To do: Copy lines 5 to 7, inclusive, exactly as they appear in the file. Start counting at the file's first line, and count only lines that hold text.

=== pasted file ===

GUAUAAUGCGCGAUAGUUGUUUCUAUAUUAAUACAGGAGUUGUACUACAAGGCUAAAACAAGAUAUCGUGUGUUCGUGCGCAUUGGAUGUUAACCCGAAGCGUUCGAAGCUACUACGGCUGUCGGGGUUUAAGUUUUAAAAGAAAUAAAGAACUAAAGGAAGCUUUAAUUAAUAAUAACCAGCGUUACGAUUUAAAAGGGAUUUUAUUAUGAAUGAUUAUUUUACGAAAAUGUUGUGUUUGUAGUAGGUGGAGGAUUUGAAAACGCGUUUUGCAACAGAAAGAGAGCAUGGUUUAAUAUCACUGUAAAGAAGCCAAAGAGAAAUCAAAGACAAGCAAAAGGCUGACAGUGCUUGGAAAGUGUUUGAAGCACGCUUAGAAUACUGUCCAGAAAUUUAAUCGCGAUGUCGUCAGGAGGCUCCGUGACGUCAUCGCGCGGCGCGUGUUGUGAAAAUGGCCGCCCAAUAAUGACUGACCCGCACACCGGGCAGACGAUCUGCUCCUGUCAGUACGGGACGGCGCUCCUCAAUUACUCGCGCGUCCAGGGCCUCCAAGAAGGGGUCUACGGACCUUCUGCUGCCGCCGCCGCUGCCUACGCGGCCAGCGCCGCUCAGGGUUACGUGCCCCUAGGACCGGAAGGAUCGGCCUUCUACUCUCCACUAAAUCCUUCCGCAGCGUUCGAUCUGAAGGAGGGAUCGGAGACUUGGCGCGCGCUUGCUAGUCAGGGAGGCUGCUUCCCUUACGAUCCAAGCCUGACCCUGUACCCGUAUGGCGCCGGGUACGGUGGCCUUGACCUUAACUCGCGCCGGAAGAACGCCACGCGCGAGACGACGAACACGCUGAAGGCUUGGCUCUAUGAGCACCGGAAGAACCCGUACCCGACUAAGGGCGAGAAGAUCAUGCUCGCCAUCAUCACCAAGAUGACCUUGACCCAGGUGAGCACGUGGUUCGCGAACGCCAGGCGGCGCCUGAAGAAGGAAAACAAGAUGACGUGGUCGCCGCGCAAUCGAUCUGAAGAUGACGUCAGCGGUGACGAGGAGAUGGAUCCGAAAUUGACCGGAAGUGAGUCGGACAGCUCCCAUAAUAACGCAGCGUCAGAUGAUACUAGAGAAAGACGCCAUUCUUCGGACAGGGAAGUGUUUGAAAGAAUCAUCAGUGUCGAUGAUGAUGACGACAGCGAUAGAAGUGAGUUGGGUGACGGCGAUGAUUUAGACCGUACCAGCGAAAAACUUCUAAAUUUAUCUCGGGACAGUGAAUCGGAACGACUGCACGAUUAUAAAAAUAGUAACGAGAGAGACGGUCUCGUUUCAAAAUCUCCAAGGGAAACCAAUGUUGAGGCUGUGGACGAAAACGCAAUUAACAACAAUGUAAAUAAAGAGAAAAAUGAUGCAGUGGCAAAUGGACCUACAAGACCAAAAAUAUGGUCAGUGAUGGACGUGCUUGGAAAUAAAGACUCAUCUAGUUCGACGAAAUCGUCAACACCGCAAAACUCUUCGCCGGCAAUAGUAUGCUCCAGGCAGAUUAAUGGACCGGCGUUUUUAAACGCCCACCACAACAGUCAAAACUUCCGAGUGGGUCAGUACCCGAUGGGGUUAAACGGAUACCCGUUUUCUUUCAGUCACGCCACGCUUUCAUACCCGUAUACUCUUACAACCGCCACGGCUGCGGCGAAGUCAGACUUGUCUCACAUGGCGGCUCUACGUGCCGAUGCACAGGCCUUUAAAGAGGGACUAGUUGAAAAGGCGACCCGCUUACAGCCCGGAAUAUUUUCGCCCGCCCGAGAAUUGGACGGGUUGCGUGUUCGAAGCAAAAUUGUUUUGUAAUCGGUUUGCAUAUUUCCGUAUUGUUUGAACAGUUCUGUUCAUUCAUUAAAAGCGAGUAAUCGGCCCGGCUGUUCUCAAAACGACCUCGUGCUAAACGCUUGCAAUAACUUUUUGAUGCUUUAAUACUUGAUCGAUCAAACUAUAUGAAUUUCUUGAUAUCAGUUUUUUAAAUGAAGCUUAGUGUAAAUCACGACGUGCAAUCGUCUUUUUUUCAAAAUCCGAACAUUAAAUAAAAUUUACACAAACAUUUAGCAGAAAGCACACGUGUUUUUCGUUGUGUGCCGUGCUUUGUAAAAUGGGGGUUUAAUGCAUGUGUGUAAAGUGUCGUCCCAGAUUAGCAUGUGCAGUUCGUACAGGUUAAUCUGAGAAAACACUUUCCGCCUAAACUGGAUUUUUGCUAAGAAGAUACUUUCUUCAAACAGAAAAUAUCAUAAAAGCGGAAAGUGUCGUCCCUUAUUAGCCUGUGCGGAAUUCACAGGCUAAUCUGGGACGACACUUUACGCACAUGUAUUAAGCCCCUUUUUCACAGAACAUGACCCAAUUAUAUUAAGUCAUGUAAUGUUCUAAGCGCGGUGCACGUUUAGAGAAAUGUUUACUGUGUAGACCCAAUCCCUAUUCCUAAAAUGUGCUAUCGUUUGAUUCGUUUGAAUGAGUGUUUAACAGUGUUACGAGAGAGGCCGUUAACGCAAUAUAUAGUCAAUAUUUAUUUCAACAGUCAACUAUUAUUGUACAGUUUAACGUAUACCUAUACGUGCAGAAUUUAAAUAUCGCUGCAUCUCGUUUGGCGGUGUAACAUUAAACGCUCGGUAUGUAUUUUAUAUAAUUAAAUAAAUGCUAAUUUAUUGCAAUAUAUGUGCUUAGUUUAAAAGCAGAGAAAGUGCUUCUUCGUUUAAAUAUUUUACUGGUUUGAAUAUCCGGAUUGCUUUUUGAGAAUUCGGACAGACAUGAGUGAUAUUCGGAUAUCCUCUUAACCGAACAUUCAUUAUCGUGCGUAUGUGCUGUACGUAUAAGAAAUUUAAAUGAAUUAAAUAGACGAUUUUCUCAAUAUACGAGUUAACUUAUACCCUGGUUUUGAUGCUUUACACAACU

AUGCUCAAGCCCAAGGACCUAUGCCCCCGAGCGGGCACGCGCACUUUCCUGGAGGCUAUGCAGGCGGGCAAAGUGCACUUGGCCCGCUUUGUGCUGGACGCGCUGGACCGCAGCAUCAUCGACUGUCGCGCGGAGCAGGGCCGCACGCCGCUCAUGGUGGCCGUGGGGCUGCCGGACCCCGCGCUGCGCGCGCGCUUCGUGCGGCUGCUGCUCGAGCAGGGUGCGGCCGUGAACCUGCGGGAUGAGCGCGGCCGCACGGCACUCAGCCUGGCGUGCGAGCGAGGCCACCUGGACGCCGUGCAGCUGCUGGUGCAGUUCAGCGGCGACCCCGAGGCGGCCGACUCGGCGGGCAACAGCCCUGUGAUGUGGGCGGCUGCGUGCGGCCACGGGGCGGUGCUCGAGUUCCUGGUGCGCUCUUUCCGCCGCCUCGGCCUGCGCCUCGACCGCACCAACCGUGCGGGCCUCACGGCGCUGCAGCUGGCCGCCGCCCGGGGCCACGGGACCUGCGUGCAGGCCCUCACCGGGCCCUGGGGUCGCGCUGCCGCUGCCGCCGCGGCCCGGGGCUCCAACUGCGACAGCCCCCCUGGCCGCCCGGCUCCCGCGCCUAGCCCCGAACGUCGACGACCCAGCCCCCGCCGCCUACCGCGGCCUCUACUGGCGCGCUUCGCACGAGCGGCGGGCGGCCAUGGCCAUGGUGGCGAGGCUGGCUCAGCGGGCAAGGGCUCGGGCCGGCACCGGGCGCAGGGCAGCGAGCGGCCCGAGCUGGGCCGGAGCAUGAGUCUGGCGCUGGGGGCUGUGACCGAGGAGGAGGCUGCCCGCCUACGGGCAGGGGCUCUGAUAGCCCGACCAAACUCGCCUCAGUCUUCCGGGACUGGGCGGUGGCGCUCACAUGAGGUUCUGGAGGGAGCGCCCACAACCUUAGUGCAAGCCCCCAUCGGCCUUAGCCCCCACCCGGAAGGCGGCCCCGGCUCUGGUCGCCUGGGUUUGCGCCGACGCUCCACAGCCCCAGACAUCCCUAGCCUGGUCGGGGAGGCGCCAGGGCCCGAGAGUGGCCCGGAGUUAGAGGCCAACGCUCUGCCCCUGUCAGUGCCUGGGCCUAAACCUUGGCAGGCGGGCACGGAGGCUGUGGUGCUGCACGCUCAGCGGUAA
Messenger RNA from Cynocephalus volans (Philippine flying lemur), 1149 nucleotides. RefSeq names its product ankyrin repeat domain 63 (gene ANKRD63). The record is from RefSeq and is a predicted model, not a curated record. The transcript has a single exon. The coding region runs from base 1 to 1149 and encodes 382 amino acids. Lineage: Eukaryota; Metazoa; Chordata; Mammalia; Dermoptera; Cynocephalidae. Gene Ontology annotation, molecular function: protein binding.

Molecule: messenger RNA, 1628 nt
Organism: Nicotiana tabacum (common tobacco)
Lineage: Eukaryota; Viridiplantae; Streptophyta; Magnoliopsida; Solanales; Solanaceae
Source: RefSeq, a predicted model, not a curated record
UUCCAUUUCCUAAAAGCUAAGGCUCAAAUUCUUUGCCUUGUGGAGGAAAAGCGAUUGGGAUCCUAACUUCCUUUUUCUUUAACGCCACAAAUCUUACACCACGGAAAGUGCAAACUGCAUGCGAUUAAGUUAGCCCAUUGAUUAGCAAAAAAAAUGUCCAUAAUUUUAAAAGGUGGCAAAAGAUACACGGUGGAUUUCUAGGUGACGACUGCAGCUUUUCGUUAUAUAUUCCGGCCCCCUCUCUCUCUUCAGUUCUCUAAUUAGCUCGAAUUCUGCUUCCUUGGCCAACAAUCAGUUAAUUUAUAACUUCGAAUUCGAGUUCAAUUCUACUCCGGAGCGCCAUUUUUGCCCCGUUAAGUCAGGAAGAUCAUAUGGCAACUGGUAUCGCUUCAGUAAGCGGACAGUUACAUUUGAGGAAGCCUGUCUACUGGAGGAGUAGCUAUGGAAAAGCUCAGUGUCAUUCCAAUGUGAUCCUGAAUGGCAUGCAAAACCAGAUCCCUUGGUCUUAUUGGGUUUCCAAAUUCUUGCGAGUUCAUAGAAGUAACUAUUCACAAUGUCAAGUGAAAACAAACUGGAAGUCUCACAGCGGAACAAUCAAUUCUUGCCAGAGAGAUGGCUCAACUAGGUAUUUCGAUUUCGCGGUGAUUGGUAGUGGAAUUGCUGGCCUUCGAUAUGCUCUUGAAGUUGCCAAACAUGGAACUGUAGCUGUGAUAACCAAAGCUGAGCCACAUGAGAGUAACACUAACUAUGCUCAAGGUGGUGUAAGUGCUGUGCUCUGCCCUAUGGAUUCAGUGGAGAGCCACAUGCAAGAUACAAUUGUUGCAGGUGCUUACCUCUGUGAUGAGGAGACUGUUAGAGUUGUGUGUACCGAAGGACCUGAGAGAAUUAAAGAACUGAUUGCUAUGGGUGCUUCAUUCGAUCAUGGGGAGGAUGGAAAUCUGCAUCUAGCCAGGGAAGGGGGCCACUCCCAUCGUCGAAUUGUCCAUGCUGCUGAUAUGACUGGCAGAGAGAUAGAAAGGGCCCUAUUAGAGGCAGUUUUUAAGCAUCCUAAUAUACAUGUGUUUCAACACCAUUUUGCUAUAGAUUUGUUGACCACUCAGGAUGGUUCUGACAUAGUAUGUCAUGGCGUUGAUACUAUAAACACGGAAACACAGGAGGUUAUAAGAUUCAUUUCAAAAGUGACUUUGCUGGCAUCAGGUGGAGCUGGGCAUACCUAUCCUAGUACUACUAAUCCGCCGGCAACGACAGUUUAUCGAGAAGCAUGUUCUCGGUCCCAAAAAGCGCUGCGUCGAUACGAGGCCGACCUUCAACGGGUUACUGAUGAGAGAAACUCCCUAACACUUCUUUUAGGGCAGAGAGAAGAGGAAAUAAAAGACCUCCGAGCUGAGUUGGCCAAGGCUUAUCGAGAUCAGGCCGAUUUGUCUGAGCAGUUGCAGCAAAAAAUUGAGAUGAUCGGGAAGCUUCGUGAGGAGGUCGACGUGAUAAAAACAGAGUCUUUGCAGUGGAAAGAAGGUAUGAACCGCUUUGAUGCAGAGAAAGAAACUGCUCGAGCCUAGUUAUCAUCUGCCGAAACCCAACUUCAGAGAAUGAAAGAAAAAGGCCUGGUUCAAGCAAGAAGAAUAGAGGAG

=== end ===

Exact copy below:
Organism: Nicotiana tabacum (common tobacco)
Lineage: Eukaryota; Viridiplantae; Streptophyta; Magnoliopsida; Solanales; Solanaceae
Source: RefSeq, a predicted model, not a curated record